What payments are exempt from 1099 reporting?

Some examples of payments that are exempt from 1099 reporting are:

  • Payments for only merchandise such as office supplies, cleaning supplies, and products purchased for resale.
  • Payments for telegrams, telephone, freight, and storage.
  • Payments of rent to real estate agents acting as an agent for the owner.
  • Payments to tax-exempt entities under IRC § 501(a) such as governments, the United States, states, District of Columbia, a possession of the United States or any political subdivision, agency or instrumentality of any of these.
  • Wages paid to employees. All employee compensation, cash or noncash, must be reported on Form W-2.

What is the difference between a Form W-2 and a Form 1099-MISC/NEC?

Although both of these forms are called information returns, they serve different functions.

Employers use Form W-2, Wage and Tax Statement to:

  • Report wages, tips, and other compensation paid to an employee.
  • Report the employee’s income and social security taxes withheld and other information.
  • Report wage and withholding information to the employee and the Social Security Administration. The Social Security Administration shares the information with the Internal Revenue Service.

Payers use Form 1099-MISC and 1099-NEC to:

  • Report payments made in the course of a trade or business to a person who’s not an employee or to an unincorporated business.
  • Report payments of $10 or more in gross royalties or $600 or more in rents or compensation. Report payment information to the IRS and the person or business that received the payment.

What is the 1099-MISC form used for?

Businesses file Form 1099-MISC, Miscellaneous Income for each person (who’s not an employee) and unincorporated business (with some exceptions) in the course of your business to whom you have paid during the year:

    • At least $10 in royalties (see the instructions for box 2) or broker payments in lieu of dividends or tax-exempt interest (see the instructions for box 8);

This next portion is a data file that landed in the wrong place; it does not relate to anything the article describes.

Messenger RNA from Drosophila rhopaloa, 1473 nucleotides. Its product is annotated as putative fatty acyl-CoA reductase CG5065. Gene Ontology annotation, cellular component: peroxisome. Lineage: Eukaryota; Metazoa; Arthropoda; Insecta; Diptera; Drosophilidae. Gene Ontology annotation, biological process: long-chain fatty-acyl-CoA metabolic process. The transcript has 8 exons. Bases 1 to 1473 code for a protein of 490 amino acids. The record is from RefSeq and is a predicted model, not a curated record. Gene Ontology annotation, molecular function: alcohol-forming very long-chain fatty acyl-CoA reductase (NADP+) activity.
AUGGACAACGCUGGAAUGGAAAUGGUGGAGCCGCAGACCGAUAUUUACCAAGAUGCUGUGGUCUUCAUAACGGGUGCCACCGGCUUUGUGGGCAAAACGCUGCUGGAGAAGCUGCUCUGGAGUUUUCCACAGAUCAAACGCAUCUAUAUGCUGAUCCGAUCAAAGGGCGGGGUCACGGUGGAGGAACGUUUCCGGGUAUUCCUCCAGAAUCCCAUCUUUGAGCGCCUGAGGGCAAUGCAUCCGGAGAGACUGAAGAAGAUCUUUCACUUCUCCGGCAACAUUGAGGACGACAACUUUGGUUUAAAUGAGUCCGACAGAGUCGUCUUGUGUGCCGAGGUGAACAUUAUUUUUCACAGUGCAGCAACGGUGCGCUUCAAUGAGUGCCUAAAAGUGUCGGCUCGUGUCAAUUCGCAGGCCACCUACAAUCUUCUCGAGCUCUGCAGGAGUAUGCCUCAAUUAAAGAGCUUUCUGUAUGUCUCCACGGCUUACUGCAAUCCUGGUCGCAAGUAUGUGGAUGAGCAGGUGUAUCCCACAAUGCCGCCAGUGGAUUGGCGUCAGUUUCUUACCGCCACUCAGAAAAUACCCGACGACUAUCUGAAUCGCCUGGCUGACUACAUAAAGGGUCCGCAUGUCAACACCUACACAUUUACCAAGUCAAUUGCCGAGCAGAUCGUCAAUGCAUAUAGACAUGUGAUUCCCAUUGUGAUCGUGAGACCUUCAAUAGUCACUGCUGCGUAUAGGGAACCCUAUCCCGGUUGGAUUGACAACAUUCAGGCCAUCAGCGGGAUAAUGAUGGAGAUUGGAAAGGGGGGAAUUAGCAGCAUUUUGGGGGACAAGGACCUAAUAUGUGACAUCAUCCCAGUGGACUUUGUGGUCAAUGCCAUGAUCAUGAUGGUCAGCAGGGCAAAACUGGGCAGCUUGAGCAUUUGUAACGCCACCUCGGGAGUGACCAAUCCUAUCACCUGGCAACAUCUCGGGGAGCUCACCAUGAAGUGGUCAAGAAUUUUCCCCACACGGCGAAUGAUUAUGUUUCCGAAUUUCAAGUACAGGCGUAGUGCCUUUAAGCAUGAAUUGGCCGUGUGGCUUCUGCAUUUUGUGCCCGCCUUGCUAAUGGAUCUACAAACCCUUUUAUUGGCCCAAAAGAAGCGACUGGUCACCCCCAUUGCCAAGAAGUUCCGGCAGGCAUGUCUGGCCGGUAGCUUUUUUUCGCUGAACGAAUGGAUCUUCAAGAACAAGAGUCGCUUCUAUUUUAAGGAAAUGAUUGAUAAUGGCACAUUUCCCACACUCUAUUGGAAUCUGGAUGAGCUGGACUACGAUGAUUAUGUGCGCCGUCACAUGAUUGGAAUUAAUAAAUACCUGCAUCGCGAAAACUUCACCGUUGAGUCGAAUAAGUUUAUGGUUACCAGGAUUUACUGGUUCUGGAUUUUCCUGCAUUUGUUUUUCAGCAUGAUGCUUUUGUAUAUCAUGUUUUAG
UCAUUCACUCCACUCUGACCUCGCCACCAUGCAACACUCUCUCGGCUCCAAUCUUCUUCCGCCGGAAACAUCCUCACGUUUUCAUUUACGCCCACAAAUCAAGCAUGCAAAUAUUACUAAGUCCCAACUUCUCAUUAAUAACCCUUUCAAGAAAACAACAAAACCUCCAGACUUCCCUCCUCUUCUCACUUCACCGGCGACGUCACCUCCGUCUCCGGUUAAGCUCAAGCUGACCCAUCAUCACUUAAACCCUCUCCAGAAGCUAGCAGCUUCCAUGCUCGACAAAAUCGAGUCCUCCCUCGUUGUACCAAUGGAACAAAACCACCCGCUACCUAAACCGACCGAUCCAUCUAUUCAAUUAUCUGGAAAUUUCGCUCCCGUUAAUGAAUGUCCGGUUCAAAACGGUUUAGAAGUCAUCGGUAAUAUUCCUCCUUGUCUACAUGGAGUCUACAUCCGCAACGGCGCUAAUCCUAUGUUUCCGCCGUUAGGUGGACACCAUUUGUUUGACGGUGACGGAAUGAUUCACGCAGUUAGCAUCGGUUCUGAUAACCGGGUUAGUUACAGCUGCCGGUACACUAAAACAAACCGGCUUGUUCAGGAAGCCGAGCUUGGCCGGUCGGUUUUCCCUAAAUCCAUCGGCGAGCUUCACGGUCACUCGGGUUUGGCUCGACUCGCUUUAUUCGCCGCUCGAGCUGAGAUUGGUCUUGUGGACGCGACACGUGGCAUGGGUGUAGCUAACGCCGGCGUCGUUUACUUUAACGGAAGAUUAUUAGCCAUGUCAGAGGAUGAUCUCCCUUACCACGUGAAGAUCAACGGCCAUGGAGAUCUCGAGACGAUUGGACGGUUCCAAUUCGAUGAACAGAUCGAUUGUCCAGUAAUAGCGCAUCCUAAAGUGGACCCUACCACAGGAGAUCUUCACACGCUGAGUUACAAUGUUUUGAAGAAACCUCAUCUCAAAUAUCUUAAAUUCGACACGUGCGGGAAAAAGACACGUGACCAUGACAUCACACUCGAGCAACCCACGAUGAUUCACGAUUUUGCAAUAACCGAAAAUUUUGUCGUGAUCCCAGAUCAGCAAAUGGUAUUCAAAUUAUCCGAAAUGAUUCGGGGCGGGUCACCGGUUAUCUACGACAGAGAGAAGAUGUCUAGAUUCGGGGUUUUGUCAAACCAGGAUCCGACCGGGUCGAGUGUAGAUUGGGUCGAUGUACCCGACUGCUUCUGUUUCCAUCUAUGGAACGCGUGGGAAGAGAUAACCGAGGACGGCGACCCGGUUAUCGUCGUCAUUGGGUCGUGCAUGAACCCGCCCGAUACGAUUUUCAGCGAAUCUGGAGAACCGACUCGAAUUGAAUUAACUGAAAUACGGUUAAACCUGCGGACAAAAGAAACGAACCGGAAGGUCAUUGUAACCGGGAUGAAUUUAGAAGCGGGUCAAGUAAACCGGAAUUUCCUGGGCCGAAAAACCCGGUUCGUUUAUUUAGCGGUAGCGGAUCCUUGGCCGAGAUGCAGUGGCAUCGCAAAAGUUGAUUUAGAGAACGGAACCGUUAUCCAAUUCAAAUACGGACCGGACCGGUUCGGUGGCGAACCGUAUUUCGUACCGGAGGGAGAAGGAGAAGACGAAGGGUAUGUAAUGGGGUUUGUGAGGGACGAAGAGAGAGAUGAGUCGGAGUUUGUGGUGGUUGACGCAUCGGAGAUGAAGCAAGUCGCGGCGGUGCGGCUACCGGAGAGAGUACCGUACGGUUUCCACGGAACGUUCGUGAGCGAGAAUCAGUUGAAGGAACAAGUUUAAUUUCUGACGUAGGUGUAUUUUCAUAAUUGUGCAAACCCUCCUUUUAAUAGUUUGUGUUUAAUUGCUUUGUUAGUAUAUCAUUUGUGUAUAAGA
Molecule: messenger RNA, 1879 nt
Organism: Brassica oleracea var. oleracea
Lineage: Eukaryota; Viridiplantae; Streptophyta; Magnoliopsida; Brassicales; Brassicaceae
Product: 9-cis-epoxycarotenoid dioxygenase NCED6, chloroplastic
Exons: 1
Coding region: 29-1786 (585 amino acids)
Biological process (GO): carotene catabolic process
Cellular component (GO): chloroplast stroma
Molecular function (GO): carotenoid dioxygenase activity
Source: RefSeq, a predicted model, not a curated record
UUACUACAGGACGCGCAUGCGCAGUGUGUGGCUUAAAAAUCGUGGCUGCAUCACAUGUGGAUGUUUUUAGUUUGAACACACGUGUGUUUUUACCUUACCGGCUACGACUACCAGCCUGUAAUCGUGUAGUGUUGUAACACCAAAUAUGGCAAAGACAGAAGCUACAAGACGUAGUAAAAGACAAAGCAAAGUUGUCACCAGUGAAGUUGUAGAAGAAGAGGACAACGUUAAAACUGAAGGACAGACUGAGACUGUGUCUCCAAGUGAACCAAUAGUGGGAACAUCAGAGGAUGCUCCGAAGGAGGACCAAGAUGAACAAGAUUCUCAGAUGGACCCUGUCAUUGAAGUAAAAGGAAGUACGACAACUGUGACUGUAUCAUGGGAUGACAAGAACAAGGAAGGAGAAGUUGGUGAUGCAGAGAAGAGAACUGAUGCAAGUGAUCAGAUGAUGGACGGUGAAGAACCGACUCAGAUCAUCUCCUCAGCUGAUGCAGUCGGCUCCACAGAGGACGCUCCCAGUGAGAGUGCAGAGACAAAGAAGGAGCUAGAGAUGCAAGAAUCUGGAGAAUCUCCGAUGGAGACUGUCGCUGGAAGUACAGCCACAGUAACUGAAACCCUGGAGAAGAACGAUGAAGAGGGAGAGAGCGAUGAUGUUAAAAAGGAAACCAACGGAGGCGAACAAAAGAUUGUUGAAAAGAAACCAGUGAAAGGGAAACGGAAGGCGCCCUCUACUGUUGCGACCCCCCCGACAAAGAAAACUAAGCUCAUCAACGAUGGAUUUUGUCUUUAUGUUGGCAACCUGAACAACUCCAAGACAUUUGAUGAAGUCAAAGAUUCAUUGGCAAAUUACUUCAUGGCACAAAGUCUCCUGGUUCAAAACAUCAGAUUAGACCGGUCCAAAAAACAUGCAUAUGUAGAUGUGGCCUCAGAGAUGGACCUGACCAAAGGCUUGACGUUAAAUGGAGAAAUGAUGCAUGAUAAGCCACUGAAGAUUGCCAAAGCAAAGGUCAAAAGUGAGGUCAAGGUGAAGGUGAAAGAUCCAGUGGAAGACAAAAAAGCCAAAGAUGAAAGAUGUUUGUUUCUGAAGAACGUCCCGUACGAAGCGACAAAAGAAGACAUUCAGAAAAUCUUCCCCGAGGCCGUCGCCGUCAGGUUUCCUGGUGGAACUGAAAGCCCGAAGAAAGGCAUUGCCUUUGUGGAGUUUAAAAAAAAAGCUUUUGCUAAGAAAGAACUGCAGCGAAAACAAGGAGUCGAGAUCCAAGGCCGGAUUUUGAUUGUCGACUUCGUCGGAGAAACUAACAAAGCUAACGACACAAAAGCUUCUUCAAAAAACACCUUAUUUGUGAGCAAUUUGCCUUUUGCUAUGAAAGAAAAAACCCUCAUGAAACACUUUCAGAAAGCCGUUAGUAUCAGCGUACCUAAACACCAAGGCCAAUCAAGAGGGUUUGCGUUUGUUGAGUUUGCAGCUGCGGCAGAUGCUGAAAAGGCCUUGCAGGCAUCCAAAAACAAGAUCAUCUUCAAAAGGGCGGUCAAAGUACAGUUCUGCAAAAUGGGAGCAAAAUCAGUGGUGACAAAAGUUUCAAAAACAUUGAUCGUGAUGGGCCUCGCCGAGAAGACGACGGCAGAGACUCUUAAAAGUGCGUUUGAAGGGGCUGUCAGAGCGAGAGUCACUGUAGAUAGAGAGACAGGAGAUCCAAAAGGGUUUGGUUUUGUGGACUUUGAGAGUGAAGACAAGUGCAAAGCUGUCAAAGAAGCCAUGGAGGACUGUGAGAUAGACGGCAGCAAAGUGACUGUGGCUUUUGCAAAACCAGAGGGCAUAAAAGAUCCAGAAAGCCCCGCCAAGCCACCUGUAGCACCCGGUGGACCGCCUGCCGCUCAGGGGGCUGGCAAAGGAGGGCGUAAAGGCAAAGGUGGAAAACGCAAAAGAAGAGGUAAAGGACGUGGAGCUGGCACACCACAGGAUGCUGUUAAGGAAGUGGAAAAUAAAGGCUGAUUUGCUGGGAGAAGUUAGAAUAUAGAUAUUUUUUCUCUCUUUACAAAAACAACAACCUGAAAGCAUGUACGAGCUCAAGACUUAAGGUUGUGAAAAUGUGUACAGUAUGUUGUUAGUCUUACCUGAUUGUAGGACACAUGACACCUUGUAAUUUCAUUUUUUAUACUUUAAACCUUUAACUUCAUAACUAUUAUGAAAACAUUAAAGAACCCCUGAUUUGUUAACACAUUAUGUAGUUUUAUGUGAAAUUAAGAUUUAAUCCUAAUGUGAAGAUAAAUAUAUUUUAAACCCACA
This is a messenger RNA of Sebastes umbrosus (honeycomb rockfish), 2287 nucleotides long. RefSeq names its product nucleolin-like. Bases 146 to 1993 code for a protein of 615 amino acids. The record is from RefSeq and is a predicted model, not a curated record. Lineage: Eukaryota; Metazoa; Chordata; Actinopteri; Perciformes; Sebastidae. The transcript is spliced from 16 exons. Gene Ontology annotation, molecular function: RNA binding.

• At least $600 in:
    1. Rents (box 1);
    2. Prizes and awards (boxes 3);
    3. Other income payments (box 3);
    4. Generally, the cash paid from a notional principal contract to an individual, partnership, or estate (box 3);
    5. Any fishing boat proceeds (box 5);
    6. Medical and health care payments (box 6);
    7. Crop insurance proceeds (box 9);
    8. Payments to an attorney (box 10) (see Payments to attorneys, in 1099 instructions);
    9. Section 409A deferrals (box 12); or
    10. Nonqualified deferred compensation (box 14).

In addition, use Form 1099-MISC to report that you made direct sales of at least $5,000 of consumer products to a buyer for resale anywhere other than a permanent retail establishment (box 7).

You also must file Form 1099-MISC for each person from whom you have withheld any federal income tax (report in box 4) under the backup withholding rules regardless of the amount of the payment.

For additional information see the Instructions for Form 1099-MISC 

Are personal payments reportable on a 1099-MISC or 1099-NEC form?

No.  Only payments made in the course of your business are reportable on Form 1099-MISC or 1099-NEC.  Personal payments are not reportable. You are engaged in a trade or business if you operate for gain or profit. However, nonprofit organizations are considered to be engaged in a trade or business and are subject to these reporting requirements. Other organizations subject to these reporting requirements include trusts of qualified pension or profit-sharing plans of employers, certain organizations exempt from tax under section 501(c) or (d), farmers’ cooperatives that are exempt from tax under section 521, and widely held fixed investment trusts. Payments by federal, state, or local government agencies also are reportable.

For additional information see the Instructions for Forms 1099-MISC and 1099-NEC.

Are payments made to a corporation reportable on a 1099-MISC and 1099-NEC form?

Generally, payments to a corporation (including a limited liability company (LLC) that is treated as a C or S corporation) are not reportable.  However, the following payments made to corporations generally must be reported on Form 1099-MISC.

    • Medical and health care payments reported in box 6, 1099-MISC.
    • Fish purchases for cash reported in box 1, 1099-NEC.
    • Attorneys’ fees reported in box 1, 1099-NEC.
    • Gross proceeds paid to an attorney reported in box 10, 1099-MISC.
    • Substitute payments in lieu of dividends or tax-exempt interest reported in box 8, 1099-MISC.
    • Payments by a federal executive agency for services (vendors) reported in box 1, 1099-NEC.

For additional information see the Instructions for Forms 1099-MISC and 1099-NEC.